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Man bent over moving pile of boxes
Temp jobs are the future, and they're big business:
With 600 offices and a workforce of 400,000—more employees than Target or Home Depot—Labor Ready is the undisputed king of the blue-collar temp industry. Specializing in "tough-to-fill, high-turnover positions," the company dispatches people to dig ditches, demolish buildings, remove debris, stock giant fulfillment warehouses—jobs that take their toll on a body. And business is booming. Labor Ready's parent company, TrueBlue, saw its profits soar 55 percent last year, to $31 million, on $1.3 billion in sales. The Bureau of Labor Statistics predicts that "employment services," which includes temporary labor, will remain among the fastest growing sectors through 2020.
Gabriel Thompson reports on his stint working for the giant temp chain at Mother Jones:
Back at the Labor Ready office, I have to wait nearly 30 minutes to receive my check. The job paid $8 an hour—minimum wage. For five hours of labor, I get $37.34 after taxes. I am not paid, however, for the four hours on call, or the time spent in transit to and from the job site, or waiting to get paid. None of this meets the legal definition of wage theft, but it sure feels like it.
A fair day's wage
  • Janitors in Houston's biggest buildings are often part-time workers making less than $9,000 a year. Believe it or not, that's an improvement they fought for and got after joining the SEIU in 2005. Now, they're on strike after the contractors they work for have refused to negotiate and unilaterally imposed changes to their expired contract. Janitors in New York, California, and Illinois could go out on strike in solidarity with the Houston strikers.
  • San Francisco court workers went on strike Monday, objecting to pay cuts and heavier work loads while, they say, administrators have millions in slush funds.
  • Workers who were suspended by the Tropicana casino in Atlantic City after engaging in civil disobedience on their own time are back at work.
  • Aww, poor Penny Pritzker. It's tough out there for a hotel heiress.
  • Are lunch breaks the new vision of utopia?

State and local legislation

  • The Indianapolis city council passed a "freedom to work" measure barring hotels from blacklisting workers who are work for contractors supplying the hotels with low-wage temporary labor. Workers say they've been told by hotels that they aren't eligible for better-paying, permanent jobs due to an agreement the hotels have made with contractors.


Originally posted to Daily Kos Labor on Tue Jul 17, 2012 at 09:15 AM PDT.

Also republished by In Support of Labor and Unions.

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Comment Preferences

  •  I was recently more-or-less fired (4+ / 0-)
    Recommended by:
    Einsteinia, Tinfoil Hat, hnichols, llywrch

    from a grueling, soul-crushing part-time job for which I had to spend lots of unpaid time on-call, and for which the pay, by anyone's standards, was crummy.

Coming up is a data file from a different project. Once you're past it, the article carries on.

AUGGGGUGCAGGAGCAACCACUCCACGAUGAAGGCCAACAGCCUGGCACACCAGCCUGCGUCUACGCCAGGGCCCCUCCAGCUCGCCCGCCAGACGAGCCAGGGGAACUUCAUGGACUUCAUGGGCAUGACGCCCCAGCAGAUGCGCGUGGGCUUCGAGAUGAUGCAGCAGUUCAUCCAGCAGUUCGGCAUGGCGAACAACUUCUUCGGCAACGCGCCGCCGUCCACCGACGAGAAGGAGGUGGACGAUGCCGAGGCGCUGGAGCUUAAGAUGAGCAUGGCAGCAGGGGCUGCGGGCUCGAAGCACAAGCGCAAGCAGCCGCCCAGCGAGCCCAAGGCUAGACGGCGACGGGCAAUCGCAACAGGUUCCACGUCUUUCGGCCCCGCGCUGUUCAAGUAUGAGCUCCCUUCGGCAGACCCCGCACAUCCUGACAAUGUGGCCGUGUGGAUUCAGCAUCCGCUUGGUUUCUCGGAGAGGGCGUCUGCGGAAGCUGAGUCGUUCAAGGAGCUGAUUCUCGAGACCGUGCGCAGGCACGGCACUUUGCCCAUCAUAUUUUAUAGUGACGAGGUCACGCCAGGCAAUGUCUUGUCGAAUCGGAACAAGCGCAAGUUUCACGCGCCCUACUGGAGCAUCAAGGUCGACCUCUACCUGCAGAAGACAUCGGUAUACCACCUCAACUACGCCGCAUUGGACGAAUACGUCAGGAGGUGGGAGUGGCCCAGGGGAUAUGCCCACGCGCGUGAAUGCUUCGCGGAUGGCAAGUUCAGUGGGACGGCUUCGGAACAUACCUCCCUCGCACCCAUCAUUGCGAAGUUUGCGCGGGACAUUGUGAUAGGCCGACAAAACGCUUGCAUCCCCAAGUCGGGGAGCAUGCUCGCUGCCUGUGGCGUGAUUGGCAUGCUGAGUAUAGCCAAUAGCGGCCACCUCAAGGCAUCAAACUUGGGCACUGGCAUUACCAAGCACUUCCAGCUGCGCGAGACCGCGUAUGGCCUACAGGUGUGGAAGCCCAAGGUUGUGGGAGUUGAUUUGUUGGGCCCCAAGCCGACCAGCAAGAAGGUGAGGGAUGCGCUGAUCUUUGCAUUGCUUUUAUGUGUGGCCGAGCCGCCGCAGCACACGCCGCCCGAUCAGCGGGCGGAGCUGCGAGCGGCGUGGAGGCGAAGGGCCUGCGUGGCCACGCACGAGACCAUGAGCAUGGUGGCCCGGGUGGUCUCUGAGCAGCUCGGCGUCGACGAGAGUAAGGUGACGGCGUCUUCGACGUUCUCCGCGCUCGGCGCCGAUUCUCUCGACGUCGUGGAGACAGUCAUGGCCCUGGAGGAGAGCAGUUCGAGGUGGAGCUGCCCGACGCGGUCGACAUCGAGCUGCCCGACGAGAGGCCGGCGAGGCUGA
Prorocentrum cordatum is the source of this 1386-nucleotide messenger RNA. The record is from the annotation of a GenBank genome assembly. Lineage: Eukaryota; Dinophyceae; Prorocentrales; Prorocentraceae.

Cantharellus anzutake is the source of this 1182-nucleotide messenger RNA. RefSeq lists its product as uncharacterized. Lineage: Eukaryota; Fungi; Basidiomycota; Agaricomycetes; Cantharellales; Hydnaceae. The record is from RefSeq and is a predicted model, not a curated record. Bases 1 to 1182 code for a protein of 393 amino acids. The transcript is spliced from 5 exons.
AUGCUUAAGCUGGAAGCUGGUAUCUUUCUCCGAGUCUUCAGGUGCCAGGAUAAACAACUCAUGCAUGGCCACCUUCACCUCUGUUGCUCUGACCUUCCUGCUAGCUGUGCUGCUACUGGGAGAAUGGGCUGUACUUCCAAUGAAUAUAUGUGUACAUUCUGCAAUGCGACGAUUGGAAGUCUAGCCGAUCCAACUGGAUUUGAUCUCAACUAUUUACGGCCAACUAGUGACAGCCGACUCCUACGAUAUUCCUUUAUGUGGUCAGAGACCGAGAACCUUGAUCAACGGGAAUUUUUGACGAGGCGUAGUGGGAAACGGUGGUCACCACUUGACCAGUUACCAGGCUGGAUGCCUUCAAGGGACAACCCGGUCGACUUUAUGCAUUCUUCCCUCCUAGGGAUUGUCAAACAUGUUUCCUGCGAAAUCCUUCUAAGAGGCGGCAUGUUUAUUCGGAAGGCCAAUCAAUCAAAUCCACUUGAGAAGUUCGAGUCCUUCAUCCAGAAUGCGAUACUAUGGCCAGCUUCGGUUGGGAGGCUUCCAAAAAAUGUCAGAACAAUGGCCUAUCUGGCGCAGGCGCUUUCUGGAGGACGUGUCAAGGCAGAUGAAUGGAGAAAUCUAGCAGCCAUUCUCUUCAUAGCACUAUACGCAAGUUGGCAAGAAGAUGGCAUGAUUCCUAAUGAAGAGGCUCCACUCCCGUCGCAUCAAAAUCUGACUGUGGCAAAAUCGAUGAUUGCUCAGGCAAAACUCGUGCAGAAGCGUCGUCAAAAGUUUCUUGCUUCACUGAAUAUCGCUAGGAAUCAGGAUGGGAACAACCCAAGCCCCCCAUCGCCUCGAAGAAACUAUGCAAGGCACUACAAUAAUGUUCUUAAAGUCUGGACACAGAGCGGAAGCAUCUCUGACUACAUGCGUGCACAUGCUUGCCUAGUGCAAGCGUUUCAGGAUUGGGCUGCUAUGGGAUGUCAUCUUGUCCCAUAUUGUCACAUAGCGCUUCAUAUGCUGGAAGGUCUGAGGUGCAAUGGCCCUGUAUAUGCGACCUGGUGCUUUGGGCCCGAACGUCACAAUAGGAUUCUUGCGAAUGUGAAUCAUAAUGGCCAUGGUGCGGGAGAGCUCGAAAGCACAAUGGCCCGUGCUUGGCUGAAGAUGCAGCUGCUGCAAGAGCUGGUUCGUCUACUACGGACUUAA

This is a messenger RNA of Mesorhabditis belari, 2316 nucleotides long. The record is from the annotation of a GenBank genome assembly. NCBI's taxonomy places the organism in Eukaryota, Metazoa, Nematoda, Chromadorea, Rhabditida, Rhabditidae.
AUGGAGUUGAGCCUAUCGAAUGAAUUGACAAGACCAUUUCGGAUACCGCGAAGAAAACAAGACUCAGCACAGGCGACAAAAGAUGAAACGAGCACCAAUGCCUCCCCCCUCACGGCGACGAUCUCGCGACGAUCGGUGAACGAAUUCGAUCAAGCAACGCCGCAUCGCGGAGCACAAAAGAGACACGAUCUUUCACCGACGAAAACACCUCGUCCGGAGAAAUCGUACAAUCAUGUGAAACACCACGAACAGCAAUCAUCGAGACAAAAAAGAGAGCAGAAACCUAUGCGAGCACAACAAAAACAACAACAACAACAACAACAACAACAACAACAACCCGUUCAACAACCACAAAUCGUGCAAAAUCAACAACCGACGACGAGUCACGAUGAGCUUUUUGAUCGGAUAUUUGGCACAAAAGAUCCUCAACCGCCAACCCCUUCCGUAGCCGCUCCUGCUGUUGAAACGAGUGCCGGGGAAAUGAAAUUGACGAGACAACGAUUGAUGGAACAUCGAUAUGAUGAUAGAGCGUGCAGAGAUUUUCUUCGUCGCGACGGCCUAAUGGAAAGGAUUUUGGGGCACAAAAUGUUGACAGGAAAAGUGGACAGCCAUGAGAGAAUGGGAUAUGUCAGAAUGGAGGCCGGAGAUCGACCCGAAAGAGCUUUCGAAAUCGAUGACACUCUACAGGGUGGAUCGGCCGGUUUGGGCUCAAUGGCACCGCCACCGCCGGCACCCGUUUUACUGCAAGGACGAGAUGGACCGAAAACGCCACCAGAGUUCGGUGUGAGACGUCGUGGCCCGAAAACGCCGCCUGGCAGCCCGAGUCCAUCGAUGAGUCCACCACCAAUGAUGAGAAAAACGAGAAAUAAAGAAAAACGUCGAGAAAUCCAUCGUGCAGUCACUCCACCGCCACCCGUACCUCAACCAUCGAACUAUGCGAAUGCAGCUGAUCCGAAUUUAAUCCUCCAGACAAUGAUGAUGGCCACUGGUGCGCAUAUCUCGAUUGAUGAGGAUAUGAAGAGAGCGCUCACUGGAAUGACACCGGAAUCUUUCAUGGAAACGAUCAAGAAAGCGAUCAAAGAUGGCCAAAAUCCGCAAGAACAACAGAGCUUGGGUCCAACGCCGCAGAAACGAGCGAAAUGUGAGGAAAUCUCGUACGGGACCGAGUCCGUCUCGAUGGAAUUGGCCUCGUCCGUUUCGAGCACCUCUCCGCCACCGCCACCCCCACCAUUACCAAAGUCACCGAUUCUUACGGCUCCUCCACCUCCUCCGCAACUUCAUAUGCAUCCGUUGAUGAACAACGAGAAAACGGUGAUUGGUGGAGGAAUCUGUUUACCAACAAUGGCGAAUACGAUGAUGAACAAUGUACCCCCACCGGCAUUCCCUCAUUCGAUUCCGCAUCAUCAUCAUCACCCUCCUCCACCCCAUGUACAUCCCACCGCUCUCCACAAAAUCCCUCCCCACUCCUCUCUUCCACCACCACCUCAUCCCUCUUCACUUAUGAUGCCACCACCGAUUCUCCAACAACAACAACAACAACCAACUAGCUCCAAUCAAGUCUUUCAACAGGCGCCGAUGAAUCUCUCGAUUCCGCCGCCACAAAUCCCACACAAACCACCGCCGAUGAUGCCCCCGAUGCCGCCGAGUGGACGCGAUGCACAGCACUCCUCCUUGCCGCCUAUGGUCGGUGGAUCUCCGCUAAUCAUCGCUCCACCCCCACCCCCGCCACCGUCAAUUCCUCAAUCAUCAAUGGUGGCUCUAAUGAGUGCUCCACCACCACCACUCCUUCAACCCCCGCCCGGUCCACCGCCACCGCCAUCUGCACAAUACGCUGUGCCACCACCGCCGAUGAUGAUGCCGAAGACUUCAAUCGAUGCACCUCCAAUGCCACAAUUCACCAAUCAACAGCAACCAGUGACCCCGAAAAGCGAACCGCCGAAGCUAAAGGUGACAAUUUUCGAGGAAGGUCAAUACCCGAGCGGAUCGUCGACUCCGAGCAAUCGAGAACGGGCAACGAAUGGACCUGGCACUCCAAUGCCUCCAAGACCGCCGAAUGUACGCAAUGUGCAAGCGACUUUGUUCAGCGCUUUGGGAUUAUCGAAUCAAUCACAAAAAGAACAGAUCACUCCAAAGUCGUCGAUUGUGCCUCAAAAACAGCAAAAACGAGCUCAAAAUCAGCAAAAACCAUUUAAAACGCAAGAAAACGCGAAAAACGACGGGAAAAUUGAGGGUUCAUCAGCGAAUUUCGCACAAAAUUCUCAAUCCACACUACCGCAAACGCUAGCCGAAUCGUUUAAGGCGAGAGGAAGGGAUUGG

I'd needed the income, but I detested the work. After I was once-and-for-all let go :), I asked myself, searchingly, if I should have worked harder to hang onto this employment.

    The (for me) radical answer I came to was, No. For me to show the follow-up and attention to detail I need to show, to be a "good employee," well, I need to be paid adequately, or at least thrown a bone in terms of being given interesting work, or bearable work, or work with realistic advancement potential. Let me be clear: this job had none of that.

    The job market is horrible right now. If it weren't horrible, I probably wouldn't have stayed where I did for months. But I don't believe it's so bad, that I won't succeed fairly soon in lining up other part-time work, which meets my pretty basic-seeming requirements.

    The oligarchs depend on us little nobodies "giving our all" to our work, and expecting nothing in return. Well, numbers of us get a little "uppity," and start expecting things in return...

    It's here they got the range/ and the machinery for change/ and it's here they got the spiritual thirst. --Leonard Cohen

    by karmsy on Tue Jul 17, 2012 at 09:48:54 AM PDT

  •  The temp worker loophole must be closed (1+ / 0-)
    Recommended by:

    We could close it by requiring businesses to offer 1/2 benefits to every temp worker, and to permit only 1 part time worker for every job description.  

    In other words, no longer can you employ two temp workers instead of 1 employee.

    "Temp" can no longer mean exemption to business obligations for employees.

    Separation of Church and State AND Corporation

    by Einsteinia on Tue Jul 17, 2012 at 10:32:36 AM PDT

  •  True Blue, Inc (NYSE:TBI) (0+ / 0-)

    I took a quick look at their financial statements:

                               2011           2010          2009

    Sales                   $1.3B          $1.1B          $1.0B

    Net income        $31 mil        $20 mil         $9 million

    Net profit margin    2.4%        1.7%           .9%

    Compare that to companies like Google or Microsoft who have profit margins of 30%. The temp business looks like one where no one, the employee or the employer, make any money.

    "let's talk about that"

    by VClib on Tue Jul 17, 2012 at 11:34:55 AM PDT

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